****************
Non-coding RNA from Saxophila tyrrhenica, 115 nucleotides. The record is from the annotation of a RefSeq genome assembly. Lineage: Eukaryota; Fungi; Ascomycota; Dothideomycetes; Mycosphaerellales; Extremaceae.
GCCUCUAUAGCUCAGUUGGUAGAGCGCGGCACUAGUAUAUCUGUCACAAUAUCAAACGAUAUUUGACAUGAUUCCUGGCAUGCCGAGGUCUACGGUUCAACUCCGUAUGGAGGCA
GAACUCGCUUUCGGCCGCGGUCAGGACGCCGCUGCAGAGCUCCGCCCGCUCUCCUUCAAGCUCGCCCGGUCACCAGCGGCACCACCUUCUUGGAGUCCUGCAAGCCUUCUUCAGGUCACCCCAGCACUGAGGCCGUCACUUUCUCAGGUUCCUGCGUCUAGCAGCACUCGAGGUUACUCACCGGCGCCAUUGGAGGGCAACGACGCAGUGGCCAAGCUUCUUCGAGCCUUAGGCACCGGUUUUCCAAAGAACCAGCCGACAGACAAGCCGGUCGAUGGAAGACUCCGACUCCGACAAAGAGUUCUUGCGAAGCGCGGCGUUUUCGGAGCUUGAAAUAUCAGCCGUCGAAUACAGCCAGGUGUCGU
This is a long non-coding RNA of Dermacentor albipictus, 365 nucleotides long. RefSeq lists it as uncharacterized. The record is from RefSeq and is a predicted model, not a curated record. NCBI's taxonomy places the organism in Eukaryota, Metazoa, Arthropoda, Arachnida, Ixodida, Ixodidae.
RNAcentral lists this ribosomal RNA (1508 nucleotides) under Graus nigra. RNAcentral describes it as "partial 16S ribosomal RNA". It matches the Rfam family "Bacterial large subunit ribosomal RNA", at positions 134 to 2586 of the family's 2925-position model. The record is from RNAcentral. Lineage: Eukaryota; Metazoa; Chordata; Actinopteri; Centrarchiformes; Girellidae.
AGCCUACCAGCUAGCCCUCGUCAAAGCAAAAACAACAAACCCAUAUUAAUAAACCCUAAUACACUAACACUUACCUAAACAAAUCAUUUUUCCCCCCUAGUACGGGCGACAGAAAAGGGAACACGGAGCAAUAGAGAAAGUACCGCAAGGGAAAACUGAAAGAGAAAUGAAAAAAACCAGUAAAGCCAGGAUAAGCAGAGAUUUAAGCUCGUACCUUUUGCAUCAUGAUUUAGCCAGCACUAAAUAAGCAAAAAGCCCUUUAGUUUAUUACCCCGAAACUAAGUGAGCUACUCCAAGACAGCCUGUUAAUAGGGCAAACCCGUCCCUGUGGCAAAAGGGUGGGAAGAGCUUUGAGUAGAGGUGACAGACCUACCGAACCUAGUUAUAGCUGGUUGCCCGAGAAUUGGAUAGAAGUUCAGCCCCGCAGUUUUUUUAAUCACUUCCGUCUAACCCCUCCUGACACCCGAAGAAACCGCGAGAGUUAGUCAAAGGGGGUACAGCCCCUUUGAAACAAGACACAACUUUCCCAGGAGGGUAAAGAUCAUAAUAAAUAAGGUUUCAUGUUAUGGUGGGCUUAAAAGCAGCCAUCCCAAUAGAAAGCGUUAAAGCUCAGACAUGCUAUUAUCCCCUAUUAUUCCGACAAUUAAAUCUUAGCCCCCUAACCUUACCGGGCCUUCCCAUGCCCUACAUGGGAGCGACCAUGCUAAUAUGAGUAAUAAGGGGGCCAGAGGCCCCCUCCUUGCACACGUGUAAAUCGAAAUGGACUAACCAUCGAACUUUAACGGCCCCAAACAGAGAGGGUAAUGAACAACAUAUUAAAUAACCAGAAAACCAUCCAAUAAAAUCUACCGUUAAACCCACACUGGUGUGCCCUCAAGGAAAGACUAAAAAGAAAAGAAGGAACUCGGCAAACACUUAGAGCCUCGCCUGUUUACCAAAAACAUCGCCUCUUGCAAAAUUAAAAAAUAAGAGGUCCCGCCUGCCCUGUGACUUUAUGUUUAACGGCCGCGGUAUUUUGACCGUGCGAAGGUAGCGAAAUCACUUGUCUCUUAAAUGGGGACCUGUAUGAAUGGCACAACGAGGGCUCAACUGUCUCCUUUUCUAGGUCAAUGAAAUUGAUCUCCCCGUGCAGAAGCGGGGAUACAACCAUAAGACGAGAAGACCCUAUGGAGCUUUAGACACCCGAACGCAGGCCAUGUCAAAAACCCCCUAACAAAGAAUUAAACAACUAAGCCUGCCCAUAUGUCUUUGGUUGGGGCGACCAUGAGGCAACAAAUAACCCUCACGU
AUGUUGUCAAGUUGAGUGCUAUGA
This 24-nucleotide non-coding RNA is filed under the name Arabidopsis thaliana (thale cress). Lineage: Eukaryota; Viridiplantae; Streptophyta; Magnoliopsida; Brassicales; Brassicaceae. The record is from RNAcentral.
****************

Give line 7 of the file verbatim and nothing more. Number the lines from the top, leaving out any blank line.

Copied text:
AUGUUGUCAAGUUGAGUGCUAUGA